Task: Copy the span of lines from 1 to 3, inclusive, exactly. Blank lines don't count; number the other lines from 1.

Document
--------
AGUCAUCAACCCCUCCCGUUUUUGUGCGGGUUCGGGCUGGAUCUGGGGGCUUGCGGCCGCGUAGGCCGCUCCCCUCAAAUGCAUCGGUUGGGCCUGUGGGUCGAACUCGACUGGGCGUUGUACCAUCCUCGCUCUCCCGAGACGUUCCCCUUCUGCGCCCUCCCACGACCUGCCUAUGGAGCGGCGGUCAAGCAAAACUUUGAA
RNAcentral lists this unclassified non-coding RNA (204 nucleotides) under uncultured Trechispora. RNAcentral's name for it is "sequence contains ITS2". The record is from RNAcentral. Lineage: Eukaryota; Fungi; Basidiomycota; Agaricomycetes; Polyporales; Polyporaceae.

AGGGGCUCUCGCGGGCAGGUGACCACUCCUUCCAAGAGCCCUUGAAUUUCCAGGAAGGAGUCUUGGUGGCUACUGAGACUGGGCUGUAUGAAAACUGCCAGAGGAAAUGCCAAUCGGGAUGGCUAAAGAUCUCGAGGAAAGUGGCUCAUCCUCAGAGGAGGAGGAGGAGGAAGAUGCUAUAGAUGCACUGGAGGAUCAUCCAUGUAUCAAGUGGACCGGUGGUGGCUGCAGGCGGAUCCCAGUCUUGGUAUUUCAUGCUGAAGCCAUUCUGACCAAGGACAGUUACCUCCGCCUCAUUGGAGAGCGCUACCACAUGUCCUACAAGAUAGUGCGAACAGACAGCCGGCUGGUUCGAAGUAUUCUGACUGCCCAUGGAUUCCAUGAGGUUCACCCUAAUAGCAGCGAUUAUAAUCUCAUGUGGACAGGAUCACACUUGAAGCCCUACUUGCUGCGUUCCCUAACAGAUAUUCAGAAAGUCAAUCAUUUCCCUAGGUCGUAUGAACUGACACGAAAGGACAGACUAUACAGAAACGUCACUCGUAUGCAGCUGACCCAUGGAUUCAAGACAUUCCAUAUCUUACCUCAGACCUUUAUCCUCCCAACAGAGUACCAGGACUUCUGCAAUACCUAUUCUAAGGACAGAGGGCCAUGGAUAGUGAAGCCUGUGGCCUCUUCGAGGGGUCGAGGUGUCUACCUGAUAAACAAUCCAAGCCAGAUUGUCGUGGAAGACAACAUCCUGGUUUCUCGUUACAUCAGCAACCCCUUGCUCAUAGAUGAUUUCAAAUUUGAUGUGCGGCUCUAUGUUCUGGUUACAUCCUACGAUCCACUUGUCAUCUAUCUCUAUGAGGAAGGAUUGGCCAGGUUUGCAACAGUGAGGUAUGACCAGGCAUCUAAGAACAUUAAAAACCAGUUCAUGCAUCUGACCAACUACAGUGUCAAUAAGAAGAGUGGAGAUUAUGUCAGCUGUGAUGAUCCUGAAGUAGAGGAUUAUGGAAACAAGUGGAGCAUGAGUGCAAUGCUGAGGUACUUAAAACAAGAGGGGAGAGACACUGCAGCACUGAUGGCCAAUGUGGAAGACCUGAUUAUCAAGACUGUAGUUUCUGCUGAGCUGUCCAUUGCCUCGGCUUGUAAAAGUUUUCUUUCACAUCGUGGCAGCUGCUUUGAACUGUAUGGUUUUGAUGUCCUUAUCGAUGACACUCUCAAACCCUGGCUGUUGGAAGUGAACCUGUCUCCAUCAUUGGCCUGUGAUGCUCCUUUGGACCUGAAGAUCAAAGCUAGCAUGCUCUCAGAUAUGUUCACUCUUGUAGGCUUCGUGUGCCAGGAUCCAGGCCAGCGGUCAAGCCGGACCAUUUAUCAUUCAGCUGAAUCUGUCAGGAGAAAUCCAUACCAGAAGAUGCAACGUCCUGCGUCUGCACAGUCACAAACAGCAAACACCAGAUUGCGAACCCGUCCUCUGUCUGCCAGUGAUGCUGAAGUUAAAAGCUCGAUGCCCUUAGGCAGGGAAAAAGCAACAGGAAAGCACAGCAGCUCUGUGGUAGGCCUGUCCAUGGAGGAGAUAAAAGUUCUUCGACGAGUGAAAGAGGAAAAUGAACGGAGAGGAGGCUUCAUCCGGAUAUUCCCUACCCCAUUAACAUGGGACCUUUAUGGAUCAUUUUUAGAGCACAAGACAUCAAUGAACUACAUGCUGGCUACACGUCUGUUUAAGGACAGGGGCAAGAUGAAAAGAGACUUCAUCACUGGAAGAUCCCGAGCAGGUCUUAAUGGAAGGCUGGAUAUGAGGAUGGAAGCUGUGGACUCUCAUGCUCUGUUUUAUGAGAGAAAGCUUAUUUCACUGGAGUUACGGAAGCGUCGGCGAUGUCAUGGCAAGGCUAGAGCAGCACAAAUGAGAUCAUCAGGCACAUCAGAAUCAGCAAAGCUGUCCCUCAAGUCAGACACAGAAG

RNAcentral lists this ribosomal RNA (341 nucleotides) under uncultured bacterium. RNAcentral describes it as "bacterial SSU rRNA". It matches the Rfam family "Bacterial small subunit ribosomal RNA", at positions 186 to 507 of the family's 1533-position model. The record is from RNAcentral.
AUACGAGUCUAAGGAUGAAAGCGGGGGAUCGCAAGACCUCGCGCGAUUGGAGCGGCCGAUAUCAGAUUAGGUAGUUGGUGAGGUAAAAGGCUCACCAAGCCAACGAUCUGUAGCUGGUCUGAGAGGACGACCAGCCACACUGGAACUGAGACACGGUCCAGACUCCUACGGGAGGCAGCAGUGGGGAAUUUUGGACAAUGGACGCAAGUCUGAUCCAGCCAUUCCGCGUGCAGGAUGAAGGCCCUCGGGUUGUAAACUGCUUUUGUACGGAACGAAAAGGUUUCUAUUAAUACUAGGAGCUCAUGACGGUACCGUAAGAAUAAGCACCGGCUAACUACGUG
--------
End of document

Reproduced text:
AGUCAUCAACCCCUCCCGUUUUUGUGCGGGUUCGGGCUGGAUCUGGGGGCUUGCGGCCGCGUAGGCCGCUCCCCUCAAAUGCAUCGGUUGGGCCUGUGGGUCGAACUCGACUGGGCGUUGUACCAUCCUCGCUCUCCCGAGACGUUCCCCUUCUGCGCCCUCCCACGACCUGCCUAUGGAGCGGCGGUCAAGCAAAACUUUGAA
RNAcentral lists this unclassified non-coding RNA (204 nucleotides) under uncultured Trechispora. RNAcentral's name for it is "sequence contains ITS2". The record is from RNAcentral. Lineage: Eukaryota; Fungi; Basidiomycota; Agaricomycetes; Polyporales; Polyporaceae.

AGGGGCUCUCGCGGGCAGGUGACCACUCCUUCCAAGAGCCCUUGAAUUUCCAGGAAGGAGUCUUGGUGGCUACUGAGACUGGGCUGUAUGAAAACUGCCAGAGGAAAUGCCAAUCGGGAUGGCUAAAGAUCUCGAGGAAAGUGGCUCAUCCUCAGAGGAGGAGGAGGAGGAAGAUGCUAUAGAUGCACUGGAGGAUCAUCCAUGUAUCAAGUGGACCGGUGGUGGCUGCAGGCGGAUCCCAGUCUUGGUAUUUCAUGCUGAAGCCAUUCUGACCAAGGACAGUUACCUCCGCCUCAUUGGAGAGCGCUACCACAUGUCCUACAAGAUAGUGCGAACAGACAGCCGGCUGGUUCGAAGUAUUCUGACUGCCCAUGGAUUCCAUGAGGUUCACCCUAAUAGCAGCGAUUAUAAUCUCAUGUGGACAGGAUCACACUUGAAGCCCUACUUGCUGCGUUCCCUAACAGAUAUUCAGAAAGUCAAUCAUUUCCCUAGGUCGUAUGAACUGACACGAAAGGACAGACUAUACAGAAACGUCACUCGUAUGCAGCUGACCCAUGGAUUCAAGACAUUCCAUAUCUUACCUCAGACCUUUAUCCUCCCAACAGAGUACCAGGACUUCUGCAAUACCUAUUCUAAGGACAGAGGGCCAUGGAUAGUGAAGCCUGUGGCCUCUUCGAGGGGUCGAGGUGUCUACCUGAUAAACAAUCCAAGCCAGAUUGUCGUGGAAGACAACAUCCUGGUUUCUCGUUACAUCAGCAACCCCUUGCUCAUAGAUGAUUUCAAAUUUGAUGUGCGGCUCUAUGUUCUGGUUACAUCCUACGAUCCACUUGUCAUCUAUCUCUAUGAGGAAGGAUUGGCCAGGUUUGCAACAGUGAGGUAUGACCAGGCAUCUAAGAACAUUAAAAACCAGUUCAUGCAUCUGACCAACUACAGUGUCAAUAAGAAGAGUGGAGAUUAUGUCAGCUGUGAUGAUCCUGAAGUAGAGGAUUAUGGAAACAAGUGGAGCAUGAGUGCAAUGCUGAGGUACUUAAAACAAGAGGGGAGAGACACUGCAGCACUGAUGGCCAAUGUGGAAGACCUGAUUAUCAAGACUGUAGUUUCUGCUGAGCUGUCCAUUGCCUCGGCUUGUAAAAGUUUUCUUUCACAUCGUGGCAGCUGCUUUGAACUGUAUGGUUUUGAUGUCCUUAUCGAUGACACUCUCAAACCCUGGCUGUUGGAAGUGAACCUGUCUCCAUCAUUGGCCUGUGAUGCUCCUUUGGACCUGAAGAUCAAAGCUAGCAUGCUCUCAGAUAUGUUCACUCUUGUAGGCUUCGUGUGCCAGGAUCCAGGCCAGCGGUCAAGCCGGACCAUUUAUCAUUCAGCUGAAUCUGUCAGGAGAAAUCCAUACCAGAAGAUGCAACGUCCUGCGUCUGCACAGUCACAAACAGCAAACACCAGAUUGCGAACCCGUCCUCUGUCUGCCAGUGAUGCUGAAGUUAAAAGCUCGAUGCCCUUAGGCAGGGAAAAAGCAACAGGAAAGCACAGCAGCUCUGUGGUAGGCCUGUCCAUGGAGGAGAUAAAAGUUCUUCGACGAGUGAAAGAGGAAAAUGAACGGAGAGGAGGCUUCAUCCGGAUAUUCCCUACCCCAUUAACAUGGGACCUUUAUGGAUCAUUUUUAGAGCACAAGACAUCAAUGAACUACAUGCUGGCUACACGUCUGUUUAAGGACAGGGGCAAGAUGAAAAGAGACUUCAUCACUGGAAGAUCCCGAGCAGGUCUUAAUGGAAGGCUGGAUAUGAGGAUGGAAGCUGUGGACUCUCAUGCUCUGUUUUAUGAGAGAAAGCUUAUUUCACUGGAGUUACGGAAGCGUCGGCGAUGUCAUGGCAAGGCUAGAGCAGCACAAAUGAGAUCAUCAGGCACAUCAGAAUCAGCAAAGCUGUCCCUCAAGUCAGACACAGAAG